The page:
The success of the Cincinnati exhibitions prompted the city of Philadelphia to come calling. The city was planning a Centennial Exposition in 1876 and hired Goshorn as director-general. He moved to Philadelphia to help oversee the fundraising and planning efforts. The result was a massive undertaking that was unprecedented in America: there were 250 pavilions across 285 acres of land. Thirty-seven countries took part in the expo, and 10 million visitors attended from May 10 through November 10, 1876. Alexander Graham Bell demonstrated his new invention, the telephone, by setting up two telephones at either end of the Machinery Hall for curious attendees to use. The right arm and torch of the under-construction Statue of Liberty was displayed. The typewriter was shown for the first time, and ketchup and root beer were introduced to American appetites. Also, kudzu debuted in the U.S. as an erosion control plant. You can ask the South how well that worked out.
As a result of the Centennial Exposition’s massive success, Goshorn was recognized by countries around the world for his efforts. Most notably, he was knighted by Queen Victoria, making him one of a relatively few Americans who could lay claim to “Sir” as an honorific. He was also awarded by the following countries: Belgium (Cross of the Officer of the Order of the Leopard), Netherlands (Knight of the Netherlands Lion), Sweden (Knight of the Commander of the Swedish Order of the Polar Star), Persia (Knight of the Imperial and Royal Order of St. Ignatius), Italy (Commander of the Order of Corona d’Italia), Turkey, Spain, Tunis and Japan. France struck a gold coin with his likeness.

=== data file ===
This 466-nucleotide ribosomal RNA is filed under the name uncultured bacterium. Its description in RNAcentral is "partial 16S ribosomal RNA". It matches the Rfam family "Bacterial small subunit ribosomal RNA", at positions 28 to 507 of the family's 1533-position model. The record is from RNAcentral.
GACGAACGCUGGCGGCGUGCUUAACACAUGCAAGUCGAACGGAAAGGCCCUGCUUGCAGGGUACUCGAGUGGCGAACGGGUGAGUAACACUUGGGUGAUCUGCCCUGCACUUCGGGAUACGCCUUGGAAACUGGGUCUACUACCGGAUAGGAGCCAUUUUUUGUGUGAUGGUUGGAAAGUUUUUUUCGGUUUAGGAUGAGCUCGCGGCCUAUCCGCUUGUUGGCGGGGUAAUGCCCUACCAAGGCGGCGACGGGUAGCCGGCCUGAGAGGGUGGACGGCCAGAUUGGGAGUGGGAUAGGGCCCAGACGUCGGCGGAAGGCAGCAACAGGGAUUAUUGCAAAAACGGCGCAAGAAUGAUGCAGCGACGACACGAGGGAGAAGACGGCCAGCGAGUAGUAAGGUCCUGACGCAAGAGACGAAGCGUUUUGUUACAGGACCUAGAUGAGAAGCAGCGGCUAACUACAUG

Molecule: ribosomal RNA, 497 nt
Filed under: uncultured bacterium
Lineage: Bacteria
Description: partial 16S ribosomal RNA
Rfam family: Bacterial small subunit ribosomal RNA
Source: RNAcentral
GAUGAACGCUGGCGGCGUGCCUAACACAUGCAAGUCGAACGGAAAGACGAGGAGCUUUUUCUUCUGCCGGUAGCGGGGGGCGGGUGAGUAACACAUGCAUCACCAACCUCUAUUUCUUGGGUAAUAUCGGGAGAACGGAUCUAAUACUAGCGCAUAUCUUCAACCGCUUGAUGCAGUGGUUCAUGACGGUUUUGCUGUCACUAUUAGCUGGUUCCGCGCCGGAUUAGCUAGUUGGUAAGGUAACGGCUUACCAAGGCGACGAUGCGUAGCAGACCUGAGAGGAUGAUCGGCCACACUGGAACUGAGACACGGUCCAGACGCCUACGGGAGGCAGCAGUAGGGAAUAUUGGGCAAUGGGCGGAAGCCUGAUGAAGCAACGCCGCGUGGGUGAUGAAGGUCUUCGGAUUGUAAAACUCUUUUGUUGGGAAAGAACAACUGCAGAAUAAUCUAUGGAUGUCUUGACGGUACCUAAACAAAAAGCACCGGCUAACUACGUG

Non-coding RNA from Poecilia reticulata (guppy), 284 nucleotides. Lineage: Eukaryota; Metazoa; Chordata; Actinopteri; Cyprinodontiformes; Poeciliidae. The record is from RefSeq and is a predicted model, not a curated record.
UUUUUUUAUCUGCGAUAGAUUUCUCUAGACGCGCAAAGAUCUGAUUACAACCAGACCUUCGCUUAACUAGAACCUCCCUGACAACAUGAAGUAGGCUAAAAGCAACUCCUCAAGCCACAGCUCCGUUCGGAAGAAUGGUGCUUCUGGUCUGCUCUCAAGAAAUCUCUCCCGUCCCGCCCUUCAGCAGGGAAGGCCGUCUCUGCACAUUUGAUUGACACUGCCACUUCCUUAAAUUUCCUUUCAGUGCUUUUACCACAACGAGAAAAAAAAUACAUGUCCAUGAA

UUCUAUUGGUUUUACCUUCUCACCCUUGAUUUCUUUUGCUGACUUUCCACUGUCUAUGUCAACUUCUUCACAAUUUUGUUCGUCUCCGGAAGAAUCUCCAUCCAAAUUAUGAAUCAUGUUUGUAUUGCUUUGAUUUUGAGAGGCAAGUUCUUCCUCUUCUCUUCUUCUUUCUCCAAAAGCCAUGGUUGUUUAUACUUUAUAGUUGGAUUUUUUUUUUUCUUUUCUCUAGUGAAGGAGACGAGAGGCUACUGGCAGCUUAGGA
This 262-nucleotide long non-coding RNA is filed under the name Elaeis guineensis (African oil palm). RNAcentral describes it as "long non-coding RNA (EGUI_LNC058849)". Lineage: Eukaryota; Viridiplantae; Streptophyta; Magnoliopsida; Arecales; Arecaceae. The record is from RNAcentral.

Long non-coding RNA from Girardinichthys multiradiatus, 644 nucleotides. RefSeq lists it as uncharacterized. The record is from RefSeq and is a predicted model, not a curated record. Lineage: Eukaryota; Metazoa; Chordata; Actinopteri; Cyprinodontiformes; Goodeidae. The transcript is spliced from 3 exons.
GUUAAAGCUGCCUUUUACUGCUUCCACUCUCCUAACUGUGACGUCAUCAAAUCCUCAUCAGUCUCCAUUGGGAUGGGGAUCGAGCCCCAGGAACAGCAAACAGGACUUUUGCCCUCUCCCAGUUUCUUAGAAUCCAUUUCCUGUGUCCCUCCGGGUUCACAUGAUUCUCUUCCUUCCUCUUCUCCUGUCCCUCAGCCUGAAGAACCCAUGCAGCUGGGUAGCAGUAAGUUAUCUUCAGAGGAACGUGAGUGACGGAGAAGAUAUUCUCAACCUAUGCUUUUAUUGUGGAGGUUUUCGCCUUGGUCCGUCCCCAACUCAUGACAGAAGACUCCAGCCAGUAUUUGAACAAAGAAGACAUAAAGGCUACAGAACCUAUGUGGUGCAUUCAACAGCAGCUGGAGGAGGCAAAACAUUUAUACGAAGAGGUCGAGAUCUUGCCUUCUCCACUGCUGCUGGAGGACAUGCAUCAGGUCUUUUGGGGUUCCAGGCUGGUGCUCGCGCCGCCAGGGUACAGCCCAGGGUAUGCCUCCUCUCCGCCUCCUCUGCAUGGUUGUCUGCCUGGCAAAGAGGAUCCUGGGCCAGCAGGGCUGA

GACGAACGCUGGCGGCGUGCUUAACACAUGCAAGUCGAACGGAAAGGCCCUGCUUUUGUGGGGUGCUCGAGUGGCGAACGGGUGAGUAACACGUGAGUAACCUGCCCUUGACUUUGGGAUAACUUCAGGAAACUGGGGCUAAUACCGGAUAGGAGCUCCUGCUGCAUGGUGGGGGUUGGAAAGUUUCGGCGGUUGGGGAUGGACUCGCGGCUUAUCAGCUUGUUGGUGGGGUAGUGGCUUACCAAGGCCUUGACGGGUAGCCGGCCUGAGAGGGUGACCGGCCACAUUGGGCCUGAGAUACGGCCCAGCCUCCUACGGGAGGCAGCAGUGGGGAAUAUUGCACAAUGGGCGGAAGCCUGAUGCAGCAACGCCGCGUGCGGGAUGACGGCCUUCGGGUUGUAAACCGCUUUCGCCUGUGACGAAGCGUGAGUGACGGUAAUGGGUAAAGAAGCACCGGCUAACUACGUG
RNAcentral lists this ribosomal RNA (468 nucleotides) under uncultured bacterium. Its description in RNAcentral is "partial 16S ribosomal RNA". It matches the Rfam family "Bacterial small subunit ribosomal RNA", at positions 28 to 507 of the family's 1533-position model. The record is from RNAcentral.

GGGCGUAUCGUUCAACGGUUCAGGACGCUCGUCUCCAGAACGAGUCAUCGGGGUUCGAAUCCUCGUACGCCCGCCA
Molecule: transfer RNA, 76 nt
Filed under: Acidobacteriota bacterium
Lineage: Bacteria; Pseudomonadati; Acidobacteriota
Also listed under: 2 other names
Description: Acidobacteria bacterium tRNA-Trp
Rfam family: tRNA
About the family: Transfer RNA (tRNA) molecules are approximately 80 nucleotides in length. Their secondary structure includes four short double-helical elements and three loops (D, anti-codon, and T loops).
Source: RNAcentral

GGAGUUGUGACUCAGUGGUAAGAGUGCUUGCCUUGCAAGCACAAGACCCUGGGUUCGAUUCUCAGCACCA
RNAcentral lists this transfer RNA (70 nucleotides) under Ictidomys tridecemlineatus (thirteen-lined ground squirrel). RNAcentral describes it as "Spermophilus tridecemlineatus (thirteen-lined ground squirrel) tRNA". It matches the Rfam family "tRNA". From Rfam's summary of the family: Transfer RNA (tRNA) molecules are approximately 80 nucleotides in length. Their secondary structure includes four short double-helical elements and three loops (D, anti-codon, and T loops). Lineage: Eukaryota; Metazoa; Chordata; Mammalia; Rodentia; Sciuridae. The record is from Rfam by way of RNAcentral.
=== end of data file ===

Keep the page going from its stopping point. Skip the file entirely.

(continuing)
The citizens of Philadelphia were so grateful for his organization of the Centennial Expo that they presented him with a trophy and a library of 5,000 books. Each book featured an inscription on the inside page that read, “Presented to Alfred Traber Goshorn at Independence Hall May 11, 1877, by Citizens of Philadelphia in grateful remembrance of his faithful, courteous and efficient services as Director General of the International Exposition, 1876.”
Those books can be found in the library of his home, located at 3540 Clifton Avenue in Cincinnati. The house was designed by famed local architect James McLaughlin, and it was declared a historic site in 1973. Along with a well-stocked library, Goshorn filled his house with art that he acquired from his numerous trips to Europe. Much of it was bequeathed to the Cincinnati Museum Association upon his death.
Goshorn traveled the world, adding to his art collection along the way. For all his global friendships and adventures, Goshorn always returned to Cincinnati, where he was devoted to the city’s cultural growth. He was the first ever director of the Cincinnati Art Museum, a position he held until his death. Goshorn was also a member of the Cincinnati Literary Club, which included President Rutherford B. Hayes and Chief Justice Salmon P. Chase.
At various times in his life, Goshorn was a trustee of Marietta College, trustee of the Woodward Endowment Fund, president of the Union Board of High Schools, president and member of the Cincinnati City Council, trustee of the Springer Music Hall, vice president of the Cincinnati College of Music and director of the Cincinnati Museum Association.
In 1888, he married Mary Louise Langdon, who was a popular socialite in leading Cincinnati circles. Sadly, their marriage was a short one, as she died in 1891 after a months-long illness.
Alfred Goshorn died on February 19, 1902 at his mansion in Cincinnati at the age of 68. The official cause of death was arteriosclerosis, but he had suffered a stroke eight years before his death and never fully recovered from it. He is buried in Spring Grove Cemetery in Cincinnati.
At his death, the Cincinnati Enquirer noted, “Mr. Goshorn was in all respects an ideal citizen and carried to the grave with him the consciousness of a good life well spent. His charitable and kindly disposition and his intellectual, artistic and business qualities of mind will long serve to keep his name green in the city which he loved so well.”